I begin to see a young man who is the face of two Singapores in Havelock: In his blood courses the need for speed, and he hears the call of the world. Yet, he is also intent on building atop family history and creating a pit stop for himself, right here.
Working alongside him in The Film Dispensary are two friends from Down Under - Mr Shea Bennett and Mr Mitchell Chapman, both 25 - who arrived in February last year.
They came, they saw, and they ate.
"Chilli crab with fried buns. Awesome," says Mr Bennett.
Some other foreign occupants along that same stretch of shophouses view work and life here as a mere step in their journey to becoming global citizens.
"I hang out with couch-surfers; I learn salsa here. I want to work and travel around the world," says Chinese national Anita Xie, 24, a customer relations officer at Food Junction.
For others, money is the sole reason for being here. Chinese national Wang Zhen, 27, who shares a spartan dormitory with other workers, has been working as a hotel housekeeper for the past three years. "I want to work hard, earn money, and then I'm going back home," he says.
Such sojourners in our midst usually flit behind the scenes, their tales disappearing as they leave. But stories begin afresh as new people come to take their places in these worn dormitories; what once was becomes what now is.
Outside, dusk is falling. I walk on the same side of the road to Block 22, which was built in the 1960s to house those made homeless by the Bukit Ho Swee squatter fire.
Chin Hoe fruit shop owner Raymond Ang, 54, stands outside, serving customers with wife Melina Ang, also 54. He's been running the business for 30 years, after taking over from his father.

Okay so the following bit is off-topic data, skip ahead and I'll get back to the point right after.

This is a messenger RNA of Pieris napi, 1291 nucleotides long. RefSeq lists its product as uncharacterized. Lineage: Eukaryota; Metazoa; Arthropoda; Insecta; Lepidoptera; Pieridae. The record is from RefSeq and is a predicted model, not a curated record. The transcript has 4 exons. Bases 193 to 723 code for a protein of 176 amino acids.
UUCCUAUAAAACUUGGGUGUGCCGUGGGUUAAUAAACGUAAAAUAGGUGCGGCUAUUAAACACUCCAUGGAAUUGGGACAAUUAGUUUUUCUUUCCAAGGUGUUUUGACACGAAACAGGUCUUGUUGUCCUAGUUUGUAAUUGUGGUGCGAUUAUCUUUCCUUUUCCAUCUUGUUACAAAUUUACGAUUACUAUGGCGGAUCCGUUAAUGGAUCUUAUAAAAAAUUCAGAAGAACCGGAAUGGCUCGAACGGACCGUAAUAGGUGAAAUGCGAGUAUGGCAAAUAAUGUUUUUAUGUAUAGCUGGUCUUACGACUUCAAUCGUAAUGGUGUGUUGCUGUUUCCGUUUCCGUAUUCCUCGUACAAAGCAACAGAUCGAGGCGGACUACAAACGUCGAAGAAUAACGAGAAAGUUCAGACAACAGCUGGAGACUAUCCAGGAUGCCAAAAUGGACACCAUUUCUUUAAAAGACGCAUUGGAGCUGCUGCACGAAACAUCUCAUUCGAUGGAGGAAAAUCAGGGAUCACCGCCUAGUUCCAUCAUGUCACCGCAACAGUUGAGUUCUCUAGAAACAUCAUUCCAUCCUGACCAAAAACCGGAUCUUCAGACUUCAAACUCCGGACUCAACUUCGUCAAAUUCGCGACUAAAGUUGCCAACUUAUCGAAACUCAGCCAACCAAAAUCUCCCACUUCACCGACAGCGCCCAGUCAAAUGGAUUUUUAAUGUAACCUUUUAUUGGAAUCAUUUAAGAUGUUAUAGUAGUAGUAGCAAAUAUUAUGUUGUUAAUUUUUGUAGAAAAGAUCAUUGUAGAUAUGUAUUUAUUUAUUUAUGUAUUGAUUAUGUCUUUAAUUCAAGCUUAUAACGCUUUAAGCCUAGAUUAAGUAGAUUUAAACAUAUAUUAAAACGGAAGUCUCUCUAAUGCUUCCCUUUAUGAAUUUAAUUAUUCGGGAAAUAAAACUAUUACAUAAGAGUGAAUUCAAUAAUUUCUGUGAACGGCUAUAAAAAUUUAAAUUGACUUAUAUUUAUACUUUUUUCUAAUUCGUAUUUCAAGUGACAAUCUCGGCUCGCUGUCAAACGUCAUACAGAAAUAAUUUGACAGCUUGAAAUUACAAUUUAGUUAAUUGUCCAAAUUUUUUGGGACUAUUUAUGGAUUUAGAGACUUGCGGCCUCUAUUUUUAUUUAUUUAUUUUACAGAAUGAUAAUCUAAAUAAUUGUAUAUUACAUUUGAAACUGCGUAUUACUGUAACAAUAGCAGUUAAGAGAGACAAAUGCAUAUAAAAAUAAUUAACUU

Today, his son Jeremy, 30, an air force pilot, is at the shop with his two-year-old son, Oliver.
Says Mr Ang: "This is a dying trade. How to compete, with FairPrice supermarket nearby?"
He's moving with the times, however. A box of plump beetroot sits atop a chiller. Posted above is a menu of fruit juice combinations. "We've added these over the last few years," he says.
"We'll run this shop for as long as we can."
Also in reinvention mode is Mr Alan Goh, 66, who runs provision shop San Huat Company a few doors away.
He's been going into wholesale to keep his goods moving. He says in Mandarin: "People come only when they are out of something. And if they buy, they buy one or two pieces. How to sustain?"
The company started out selling cloth, but that shop burnt down in the Bukit Ho Swee fire. His father resumed business at this Havelock Road shop space in 1964 when Mr Goh was 10. The shop has evolved - from peddling cloth, it started selling PVC flooring and sundries, and then everything.
Today, it is packed to the rafters with vintage treasures. There are 1980s Chinese tableware, sugarcane juice mugs, metal spittoons, clogs, and a lone accordion from the 1950s.
I detect stubborn pride as he says: "Not many buy, but everything can be sold."
None of his three children will take over. Gesturing at his shop, he adds: "This to me is survival. But if someone gives me a good price, I will sell, and tour the world."
I am proud of Mr Goh and Mr Ang - remnants of old Havelock and stalwarts of their trade.
They, too, are the face of two Singapores in Havelock: ageing, but doing their best to stay relevant.
My memory of Havelock Road now encompasses not just the past, but also a contemporary dynamic. I do not know when I will return, but I will have space for new memories.